Earlier in the Day:
Macroeconomic data released through the Asian session this morning was on the heavier side and included Japan’s September trade figures, 3rd quarter GDP together with September industrial production and fixed asset investment numbers out of China and Australia’s September employment data.
Japan’s trade surplus widened in September, with exports rising by 14.1% following August’s 18.1% increase year-on-year, providing further support to the Nikkei, as exports increased for the 10th consecutive month supporting the Japanese export stocks and the continued optimism in the global economy.
In contrast, China’s 3rd quarter GDP numbers made less of an impact on the markets, with disappointment of a slowdown in growth in the 3rd quarter holding back a market rally in response to the Dow’s 23,000 breakthrough on Wednesday, despite the numbers being in line with forecast and September’s retail sales and industrial production figures being on the positive side.
With the National Party Congress in progress, both the Hang Seng and the CSI300 were in the red at the time of writing, though the negative response to the numbers will likely be short lived, China’s 3rd quarter growth being only marginally slower than the 1st half of the year.
For the Aussie Dollar, there was some upside following the better than expected employment numbers, with Australia’s unemployment rate falling to 5.5%, though looking at the numbers, full time employment gains lagged part-time employment gains. Since September 2016 however, full-time employment increased by 315,900, with part-time employment rising by just 55,600 which is a positive for the Aussie Dollar.
At the time of writing the Aussie Dollar was up 0.04% at $0.7849, with Aussie Dollar having given up gains off the back of the employment numbers following the release of China’s 3rd quarter GDP figures.
Things weren’t so good for the Kiwi Dollar in Asian trading hours this morning however, with the Kiwi Dollar tumbling 1.08% to $0.7076, on news that NZ First Party leader Peters was preparing to announce with which party they will side to form government.
While the Kiwi managed to make a partial recovery, NZ First Party leader Peter’s announcement of a coalition with Labour pulled back the Kiwi Dollar, which was down 1.33% at $0.7058 at the time of writing, the general view being that the new coalition’s policy on immigration and trade will be a negative for the New Zealand economy. The Greens appear to be backing NZ First’s decision, so that’s the end of that for the National Party.
The Day Ahead:
It’s another day for the Pound today, following the disappointing wage growth figures and a particularly dovish new Deputy Governor of the BoE, with September retail sales expected to provide further indications of whether the BoE will be in a position to lift rates and begin curbing inflationary pressures that have gone above and beyond the BoE’s objective for some time now.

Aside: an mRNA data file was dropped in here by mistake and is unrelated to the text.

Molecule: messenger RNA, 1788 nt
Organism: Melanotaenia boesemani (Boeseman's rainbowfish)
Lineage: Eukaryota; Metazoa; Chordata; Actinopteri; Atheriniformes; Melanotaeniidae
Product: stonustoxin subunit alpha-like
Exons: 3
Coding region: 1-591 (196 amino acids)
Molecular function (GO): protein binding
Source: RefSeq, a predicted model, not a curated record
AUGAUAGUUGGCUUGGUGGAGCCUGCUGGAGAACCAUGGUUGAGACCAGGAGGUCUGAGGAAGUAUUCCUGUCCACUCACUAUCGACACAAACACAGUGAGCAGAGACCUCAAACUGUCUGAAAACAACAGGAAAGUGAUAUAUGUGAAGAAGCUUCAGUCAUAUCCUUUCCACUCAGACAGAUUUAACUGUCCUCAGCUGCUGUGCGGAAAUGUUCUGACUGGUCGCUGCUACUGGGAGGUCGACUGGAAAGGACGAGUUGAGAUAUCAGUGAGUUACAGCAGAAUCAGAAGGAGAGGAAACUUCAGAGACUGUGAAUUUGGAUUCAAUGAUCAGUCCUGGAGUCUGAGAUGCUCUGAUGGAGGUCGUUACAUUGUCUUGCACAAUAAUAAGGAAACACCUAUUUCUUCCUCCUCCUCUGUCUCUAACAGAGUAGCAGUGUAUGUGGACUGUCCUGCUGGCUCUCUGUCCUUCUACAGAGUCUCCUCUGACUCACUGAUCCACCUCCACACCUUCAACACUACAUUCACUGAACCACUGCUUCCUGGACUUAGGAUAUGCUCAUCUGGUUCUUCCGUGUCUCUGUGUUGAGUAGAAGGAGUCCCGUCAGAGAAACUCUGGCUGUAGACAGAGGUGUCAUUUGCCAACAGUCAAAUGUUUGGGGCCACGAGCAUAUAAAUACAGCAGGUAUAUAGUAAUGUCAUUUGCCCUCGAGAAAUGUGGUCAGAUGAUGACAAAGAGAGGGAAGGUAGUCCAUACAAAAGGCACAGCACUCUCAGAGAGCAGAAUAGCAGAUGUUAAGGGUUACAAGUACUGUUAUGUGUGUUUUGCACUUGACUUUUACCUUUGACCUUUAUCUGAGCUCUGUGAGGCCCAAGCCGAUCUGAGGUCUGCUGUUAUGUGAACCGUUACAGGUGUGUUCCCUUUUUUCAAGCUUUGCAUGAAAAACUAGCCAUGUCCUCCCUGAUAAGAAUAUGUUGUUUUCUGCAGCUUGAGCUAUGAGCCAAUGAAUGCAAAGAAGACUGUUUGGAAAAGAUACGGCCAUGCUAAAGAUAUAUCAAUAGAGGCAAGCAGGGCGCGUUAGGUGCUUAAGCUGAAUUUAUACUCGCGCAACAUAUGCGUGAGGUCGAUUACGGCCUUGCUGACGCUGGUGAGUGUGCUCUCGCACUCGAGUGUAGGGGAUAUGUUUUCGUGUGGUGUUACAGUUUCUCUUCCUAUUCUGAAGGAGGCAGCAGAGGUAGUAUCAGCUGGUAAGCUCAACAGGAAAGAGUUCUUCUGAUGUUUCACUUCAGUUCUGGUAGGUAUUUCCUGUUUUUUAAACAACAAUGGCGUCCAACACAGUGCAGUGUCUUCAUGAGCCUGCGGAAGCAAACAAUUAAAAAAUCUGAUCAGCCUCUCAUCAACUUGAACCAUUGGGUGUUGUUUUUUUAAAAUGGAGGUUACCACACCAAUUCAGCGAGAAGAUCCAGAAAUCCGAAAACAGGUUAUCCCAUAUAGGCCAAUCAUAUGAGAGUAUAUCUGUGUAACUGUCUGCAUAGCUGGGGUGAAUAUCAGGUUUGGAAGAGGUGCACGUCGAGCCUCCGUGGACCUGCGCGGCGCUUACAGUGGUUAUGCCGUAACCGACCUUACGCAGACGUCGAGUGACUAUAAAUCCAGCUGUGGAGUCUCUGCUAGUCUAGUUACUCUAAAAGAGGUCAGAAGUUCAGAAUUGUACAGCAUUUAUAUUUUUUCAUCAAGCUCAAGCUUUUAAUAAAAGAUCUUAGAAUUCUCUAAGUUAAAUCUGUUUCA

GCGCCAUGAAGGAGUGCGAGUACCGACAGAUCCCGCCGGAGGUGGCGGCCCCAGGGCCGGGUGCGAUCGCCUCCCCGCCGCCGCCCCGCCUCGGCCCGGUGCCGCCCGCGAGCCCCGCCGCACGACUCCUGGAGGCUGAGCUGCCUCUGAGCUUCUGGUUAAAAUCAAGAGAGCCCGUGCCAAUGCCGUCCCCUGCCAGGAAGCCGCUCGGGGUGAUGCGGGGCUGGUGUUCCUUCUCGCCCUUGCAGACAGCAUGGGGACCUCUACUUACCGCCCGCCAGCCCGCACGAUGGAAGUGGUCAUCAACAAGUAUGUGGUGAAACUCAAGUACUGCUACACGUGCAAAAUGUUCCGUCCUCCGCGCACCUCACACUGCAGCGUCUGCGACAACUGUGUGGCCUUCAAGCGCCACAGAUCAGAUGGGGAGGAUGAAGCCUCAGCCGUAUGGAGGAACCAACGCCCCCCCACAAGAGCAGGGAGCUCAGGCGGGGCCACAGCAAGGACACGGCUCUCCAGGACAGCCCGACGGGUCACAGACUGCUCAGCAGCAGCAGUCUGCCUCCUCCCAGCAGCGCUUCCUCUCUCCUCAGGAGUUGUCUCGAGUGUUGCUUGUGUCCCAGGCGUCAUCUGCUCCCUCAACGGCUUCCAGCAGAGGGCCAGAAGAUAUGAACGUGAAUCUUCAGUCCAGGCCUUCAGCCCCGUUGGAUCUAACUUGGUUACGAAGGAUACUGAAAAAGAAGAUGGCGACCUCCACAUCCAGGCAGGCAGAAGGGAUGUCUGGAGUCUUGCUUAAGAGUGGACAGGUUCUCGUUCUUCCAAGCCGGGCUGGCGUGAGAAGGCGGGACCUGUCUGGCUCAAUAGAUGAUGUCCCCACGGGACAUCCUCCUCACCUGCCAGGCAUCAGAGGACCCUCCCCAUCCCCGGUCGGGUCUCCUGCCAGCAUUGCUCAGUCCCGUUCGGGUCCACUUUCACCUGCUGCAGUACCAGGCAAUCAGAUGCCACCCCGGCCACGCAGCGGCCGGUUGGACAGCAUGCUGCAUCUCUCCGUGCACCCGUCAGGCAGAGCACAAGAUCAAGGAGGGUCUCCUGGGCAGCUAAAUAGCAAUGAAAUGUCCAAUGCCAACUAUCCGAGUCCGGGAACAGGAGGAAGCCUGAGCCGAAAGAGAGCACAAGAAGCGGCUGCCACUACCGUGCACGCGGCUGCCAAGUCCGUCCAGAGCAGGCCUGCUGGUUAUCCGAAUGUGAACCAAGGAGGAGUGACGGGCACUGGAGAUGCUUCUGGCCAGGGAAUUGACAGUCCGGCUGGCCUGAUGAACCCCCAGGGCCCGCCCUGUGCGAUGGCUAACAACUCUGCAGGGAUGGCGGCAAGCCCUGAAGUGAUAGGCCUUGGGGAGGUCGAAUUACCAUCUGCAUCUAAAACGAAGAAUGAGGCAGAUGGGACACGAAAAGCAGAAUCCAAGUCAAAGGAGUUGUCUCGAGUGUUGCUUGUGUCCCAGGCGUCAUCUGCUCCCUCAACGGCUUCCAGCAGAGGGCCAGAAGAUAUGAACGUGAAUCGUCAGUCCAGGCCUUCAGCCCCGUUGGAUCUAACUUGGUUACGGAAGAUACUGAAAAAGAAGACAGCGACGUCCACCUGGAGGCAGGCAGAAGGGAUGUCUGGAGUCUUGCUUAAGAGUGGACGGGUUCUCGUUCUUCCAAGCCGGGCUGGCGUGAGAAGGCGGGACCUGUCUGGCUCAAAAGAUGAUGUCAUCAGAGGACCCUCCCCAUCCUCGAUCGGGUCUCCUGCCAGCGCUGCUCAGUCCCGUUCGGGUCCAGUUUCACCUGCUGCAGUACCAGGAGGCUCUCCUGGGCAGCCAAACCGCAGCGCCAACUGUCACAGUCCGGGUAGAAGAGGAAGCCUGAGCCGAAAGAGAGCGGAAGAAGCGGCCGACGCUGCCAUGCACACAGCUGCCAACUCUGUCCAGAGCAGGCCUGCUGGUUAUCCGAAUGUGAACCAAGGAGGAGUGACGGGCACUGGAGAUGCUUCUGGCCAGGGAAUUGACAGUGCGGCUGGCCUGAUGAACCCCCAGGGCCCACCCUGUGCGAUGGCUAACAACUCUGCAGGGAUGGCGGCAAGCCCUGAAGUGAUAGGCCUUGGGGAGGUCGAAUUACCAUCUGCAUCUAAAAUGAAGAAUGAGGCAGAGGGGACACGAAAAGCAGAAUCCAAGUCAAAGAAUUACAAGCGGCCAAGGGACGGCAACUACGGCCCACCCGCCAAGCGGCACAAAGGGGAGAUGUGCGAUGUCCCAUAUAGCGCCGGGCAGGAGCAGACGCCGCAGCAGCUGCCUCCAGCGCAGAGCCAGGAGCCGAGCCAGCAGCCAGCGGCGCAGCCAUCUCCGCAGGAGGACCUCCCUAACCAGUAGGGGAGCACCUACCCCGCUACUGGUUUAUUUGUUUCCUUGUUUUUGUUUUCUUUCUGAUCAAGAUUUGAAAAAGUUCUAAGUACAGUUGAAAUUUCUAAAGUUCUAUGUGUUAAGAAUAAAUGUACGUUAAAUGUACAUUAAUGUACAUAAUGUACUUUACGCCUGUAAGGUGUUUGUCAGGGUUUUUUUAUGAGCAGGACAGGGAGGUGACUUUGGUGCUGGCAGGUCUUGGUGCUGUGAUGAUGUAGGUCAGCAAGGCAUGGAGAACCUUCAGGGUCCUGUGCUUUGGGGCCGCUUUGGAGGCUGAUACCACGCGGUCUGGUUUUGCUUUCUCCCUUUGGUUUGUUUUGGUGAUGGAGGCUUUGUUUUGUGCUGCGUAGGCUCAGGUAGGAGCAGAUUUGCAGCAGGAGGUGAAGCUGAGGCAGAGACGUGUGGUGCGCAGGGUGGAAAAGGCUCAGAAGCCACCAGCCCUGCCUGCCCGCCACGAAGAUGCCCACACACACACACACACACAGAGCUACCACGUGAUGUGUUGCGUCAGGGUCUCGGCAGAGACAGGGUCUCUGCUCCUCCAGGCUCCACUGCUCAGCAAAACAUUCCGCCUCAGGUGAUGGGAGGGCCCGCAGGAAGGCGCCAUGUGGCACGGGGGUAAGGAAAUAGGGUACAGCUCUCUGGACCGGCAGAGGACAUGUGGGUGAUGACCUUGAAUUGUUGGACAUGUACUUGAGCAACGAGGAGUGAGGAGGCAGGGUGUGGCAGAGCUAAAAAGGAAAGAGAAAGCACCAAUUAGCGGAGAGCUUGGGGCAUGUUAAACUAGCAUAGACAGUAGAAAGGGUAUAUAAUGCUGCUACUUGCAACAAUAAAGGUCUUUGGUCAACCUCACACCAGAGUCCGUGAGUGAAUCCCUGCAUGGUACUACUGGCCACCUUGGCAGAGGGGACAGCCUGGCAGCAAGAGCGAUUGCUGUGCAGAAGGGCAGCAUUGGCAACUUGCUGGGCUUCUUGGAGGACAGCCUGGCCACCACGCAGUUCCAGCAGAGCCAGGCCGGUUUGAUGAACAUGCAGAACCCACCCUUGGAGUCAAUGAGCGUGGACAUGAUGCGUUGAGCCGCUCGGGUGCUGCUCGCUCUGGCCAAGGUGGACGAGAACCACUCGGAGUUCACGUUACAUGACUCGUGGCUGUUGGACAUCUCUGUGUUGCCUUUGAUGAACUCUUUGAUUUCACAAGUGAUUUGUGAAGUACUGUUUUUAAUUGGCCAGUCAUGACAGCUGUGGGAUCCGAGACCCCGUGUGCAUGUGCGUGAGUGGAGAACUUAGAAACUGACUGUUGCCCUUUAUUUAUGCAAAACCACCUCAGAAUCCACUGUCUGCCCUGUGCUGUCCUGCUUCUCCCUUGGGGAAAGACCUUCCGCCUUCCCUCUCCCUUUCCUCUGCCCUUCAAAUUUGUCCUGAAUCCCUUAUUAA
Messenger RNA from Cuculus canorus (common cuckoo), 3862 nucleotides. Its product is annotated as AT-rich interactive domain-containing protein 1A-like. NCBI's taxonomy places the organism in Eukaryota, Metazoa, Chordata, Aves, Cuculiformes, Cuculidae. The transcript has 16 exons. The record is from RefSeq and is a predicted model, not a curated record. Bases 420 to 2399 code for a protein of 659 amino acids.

Based on forecasts, the numbers are likely to be a negative for the Pound, though as we have seen throughout the year, the UK economy has remained surprisingly resilient despite the negative sentiment over the effects of Brexit and inflation on the economy. An unexpected boost in sales will add to the prospects of a November rate hike, though with a move largely priced in, it’s likely to boil down to whether the BoE will have to take a more hawkish stance on policy over the medium-term, with the markets currently expecting a move towards normalization to be a particularly gradual one.
The Pound was up just 0.04% at $1.3211 ahead of the European open, managing to hold on to $1.32 levels in spite of the BoE doves.
For the EUR, it’s another big day as the markets prepare for yet another showdown between Catalan President Puigdemont and Spanish Prime Minister Rajoy, with no material stats out of the Eurozone to consider. The Spanish government’s Monday deadline for Catalan to clarify whether it has declared independence was extended to this morning and any defiance from the Catalan government could see the Spanish government respond with Article 155 that will likely result in more Spanish unrest and political uncertainty. While the EUR is up 0.08% at $0.1796 at the time of writing, we can certainly expect the markets to respond, though there have been suggestions by Catalan government officials that no clarification will be forthcoming, which should make things interesting.
Across the Pond, it’s a big day for FED Chair Yellen, who is scheduled to meet with the U.S President to discuss a possible second term as FED Chair. There’s been plenty of hype over who the likely FED Chair will be, with yields swaying on market sentiment, the emergence of Yellen as a front runner reversing the jump in yields following Stanford economist John Taylor’s interview with the U.S President earlier in the week.
We will expect comment from the U.S President on how the meeting went, though the eventual outcome will continue to be a mystery as Trump looks for a supporter of financial deregulation.
On the data front, stats are limited to the weekly jobless claims and October Philly FED Manufacturing figures, which will provide direction for the Dollar, particularly if the Philly FED Manufacturing data is as impressive as the NY Empire State numbers released at the start of the week.
With Trump expected to announce the FED Chair in the coming days, it’s likely to remain the area of focus for the markets however, the prospect of a material change to policy setting and regulation certainly not something to be brushed aside.
The Dollar Spot Index was up 0.06% at 93.416 at the time of writing, with Trump in the driving seat for the day.